Many caregivers live with chronic stress—the kind that gnaws at mental and physical health. It can lead to burnout, fatigue and strained relationships. Parenting a child with special needs can be all-consuming, but caregivers who practice effective stress-management can improve the whole family’s wellness. “I’ve worked in a hospital environment for 30 years,” says Lisa Thompson, RN. “It’s very clear that when a parent is agitated, the child is affected. When the parent is able to do self-care, this reflects to the child.”

Those who haven’t practiced self-care in a while (or ever) may not know how to begin a new routine. It’ll look different than it did before kids. There could be feelings of worry or guilt to acknowledge, address and ultimately set aside. Remember: self-care is vital for caregivers and their children. Here are ideas to get started:

Awareness is an excellent place to start. When we practice mindfulness, we notice our thoughts, and examine the feelings we have in response to those thoughts. “You can become aware of the positive and negative responses you have to certain thoughts and experiences,” says Erica Rood of Inspire Balance Life Coaching. “Mindfulness also supports you in being grounded in the present moment, rather than spiraling into thoughts about the future or past, which tend to trigger unhelpful and unnecessary worry, fear or anxiety.” 

Meditation has been shown to reduce stress and anxiety. Even a short session can help reset your mind, body and perspective. Rood recommends the Calm app, or guided meditations on YouTube.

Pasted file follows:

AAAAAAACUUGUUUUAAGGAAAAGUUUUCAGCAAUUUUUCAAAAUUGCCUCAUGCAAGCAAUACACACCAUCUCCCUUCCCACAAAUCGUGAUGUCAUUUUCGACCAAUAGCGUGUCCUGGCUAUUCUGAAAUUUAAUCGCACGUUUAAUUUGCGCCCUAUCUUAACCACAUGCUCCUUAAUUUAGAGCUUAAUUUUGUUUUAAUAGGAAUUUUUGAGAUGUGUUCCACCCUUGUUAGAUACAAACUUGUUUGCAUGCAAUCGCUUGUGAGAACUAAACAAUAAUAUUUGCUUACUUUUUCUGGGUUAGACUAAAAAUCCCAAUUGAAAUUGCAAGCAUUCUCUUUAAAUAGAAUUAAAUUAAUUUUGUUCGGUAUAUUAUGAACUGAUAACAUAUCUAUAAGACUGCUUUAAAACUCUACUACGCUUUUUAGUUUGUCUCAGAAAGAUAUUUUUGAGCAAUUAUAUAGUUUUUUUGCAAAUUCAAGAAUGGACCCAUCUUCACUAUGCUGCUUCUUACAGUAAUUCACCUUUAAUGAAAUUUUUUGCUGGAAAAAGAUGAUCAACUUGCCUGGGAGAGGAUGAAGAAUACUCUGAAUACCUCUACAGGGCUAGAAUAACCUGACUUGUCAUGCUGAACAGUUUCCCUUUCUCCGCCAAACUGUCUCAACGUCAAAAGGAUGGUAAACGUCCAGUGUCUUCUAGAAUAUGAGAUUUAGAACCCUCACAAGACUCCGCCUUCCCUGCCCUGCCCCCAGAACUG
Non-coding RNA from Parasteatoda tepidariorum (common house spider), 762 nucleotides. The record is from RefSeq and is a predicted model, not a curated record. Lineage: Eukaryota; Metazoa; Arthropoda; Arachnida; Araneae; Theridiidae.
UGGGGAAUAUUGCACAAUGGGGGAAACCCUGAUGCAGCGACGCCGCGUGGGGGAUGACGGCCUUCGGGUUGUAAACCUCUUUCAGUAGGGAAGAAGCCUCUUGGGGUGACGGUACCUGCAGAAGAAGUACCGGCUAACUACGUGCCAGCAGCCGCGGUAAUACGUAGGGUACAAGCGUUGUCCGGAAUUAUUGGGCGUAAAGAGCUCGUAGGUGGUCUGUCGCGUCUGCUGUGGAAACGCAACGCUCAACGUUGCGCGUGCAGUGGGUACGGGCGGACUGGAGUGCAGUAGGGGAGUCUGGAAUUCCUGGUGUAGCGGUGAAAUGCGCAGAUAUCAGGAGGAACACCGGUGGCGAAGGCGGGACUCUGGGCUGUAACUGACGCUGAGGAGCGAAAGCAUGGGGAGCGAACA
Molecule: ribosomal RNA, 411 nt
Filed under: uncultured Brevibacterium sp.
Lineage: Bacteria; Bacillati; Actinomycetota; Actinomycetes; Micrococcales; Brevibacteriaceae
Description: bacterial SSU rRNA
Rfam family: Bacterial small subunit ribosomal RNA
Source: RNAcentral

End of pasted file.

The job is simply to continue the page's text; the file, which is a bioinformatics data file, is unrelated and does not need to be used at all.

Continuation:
Try to be active for 30 minutes every day and reduce daily sedentary time. Take a relaxing walk near your home or try a brief yoga workout. YouTube has floor and chair exercise routines for newbies. Find something enjoyable and commit to a daily practice, even if you can only spare five minutes at a time.

Ask for Support
Caregivers need occasional alone time. Maybe your babysitter said she couldn’t come back. Maybe your child’s grandparent declined to help. Put those painful experiences behind you. There is someone who can care for your child while you slip away. Ask fellow parents and your child’s care providers to help search for respite care that meets your child’s specific needs.

Treat Yourself
Once you find a reliable caregiver, don’t hesitate to slip away for a massage or pedicure. Go to happy hour. Walk through an art gallery. If it makes you feel centered and relaxed, it’s worth the effort!

4 Easy Self-Care Steps to Take Right Now
1. Express Gratitude: Write down what you’re grateful for or say it out loud. Anxiety often melts away when you’re genuinely feeling thankful.

2. Breathe: Thompson says to begin simple breath work by asking, “Do I hold my breath? Is there tension in the chest and abdomen?” Gently breathe into those tight or stuck areas and release by exhaling.

3. Rest: Step away for a quick break when you feel overwhelmed.

4. Motivate: Post an inspirational quote where you’ll see it often.

Anne Malinoski is an award-winning contributing writer and mother of two boys. Her older brother has special needs.